we synthesized the (-)-8-phenylmenthol-derived vinykarbenes
31q1(Scheme 1). The synthesis of these chiral carbene complexes
was achieved starting from the tetramethylammonium complex
l [ l o l by alkylation[' ' I and condensation.""
The reaction of the
organolithium reagent 4[13] (R2 = CH,=CHCH,) with the
vinylcarbene complex 3a (R' = 2-furyl) led to the acyclic 1.4-addition product 5a (Scheme 2) with good diastereoselectivity
(95% do; Table 1 . entry 1): but the expected['] intramolecular
?Li
Jose Barluenga,* Javier M. Montserrdt, Josefa Florez,
Santiago Garcia-Granda, and Eduardo Martin
The Michael reaction is one of the fundamental processes for
carbon-carbon bond formation; and significant advances in
asymmetric 1.4-conjugate addition reactions, involving chirally
modified substrates or a chiral reaction medium, have been
achieved."] x,b-Unsaturated Fischer carbene complexes. which
are increasingly playing an important role in organic synthesis,[*]
behave as reactive Michael acceptors. Since the pioneering work
by Casey et al. on additions[31of carbon nucleophiles, several
other nucleophiles have been 1,4-added to heteroatom-stabilized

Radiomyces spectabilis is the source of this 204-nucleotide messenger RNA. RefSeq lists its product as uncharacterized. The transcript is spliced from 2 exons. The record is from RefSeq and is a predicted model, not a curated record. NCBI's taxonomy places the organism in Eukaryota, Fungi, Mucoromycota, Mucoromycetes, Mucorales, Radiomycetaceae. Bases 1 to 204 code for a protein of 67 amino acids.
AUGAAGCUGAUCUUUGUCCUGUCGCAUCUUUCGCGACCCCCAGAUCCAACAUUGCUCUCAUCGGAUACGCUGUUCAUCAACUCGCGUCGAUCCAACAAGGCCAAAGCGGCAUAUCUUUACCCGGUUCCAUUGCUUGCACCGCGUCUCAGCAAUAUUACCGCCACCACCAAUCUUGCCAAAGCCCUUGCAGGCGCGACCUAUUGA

alkenyl-[41and aIkynylcarbene['] complexes with good regioselectivities and diastereoselectivities;[bl but thus far no examples
of enantioselective Michael additions to a.P-unsaturated Fischer
carbene complexes are known. The asymmetric Michael reactions of chiral prolinol-derived aminocarbene complex anions to
cyclic enones have been recently described.['] We report herein
on highly diastereoselective conjugate additions of B-oxygenfunctionalized organolithium compounds, alkyllithium reagents,
and lithium enolates to chirally modified a.P-unsaturated alkoxycarbenechromium complexes that are readily available in optically pure form.
In a previous reportrs1we described the diastereoselective onepot synthesis of strained tricyclic ethers by reaction of properly
substituted P-oxygen-functionalized organolithium compounds
with Fischer vinylcarbene complexes. In order to prepare these
unusual tricyclic structures as enantiomerically pure compounds
---x
80%
2. Silica gel
5a : R' = 2- firryl. R2 = CH2CH=CH2.38%
5b : R' = R 2 = Ph, 59%
Ph Ph
NaOMe
"*, Ph
MeOH, 25°C
(R' = R2 = Ph)
6
7
49%
82%
Scheme 2. Asymmetric Michael additions of B-oxygen-substituted oreanolithium
compounds. R*OH = ( -)-8-phenylmenthol.
Table 1. Asymmetric Michael additions of organolithiuin compounds to optically
active carbene complexes 3.
Entry R'
RZ
R3 Product Yield
[a1
2-fury1
Ph
Ph
Ph
Ph
Ph
Ph
Ph
5a
7
8a
lob
IOc
12a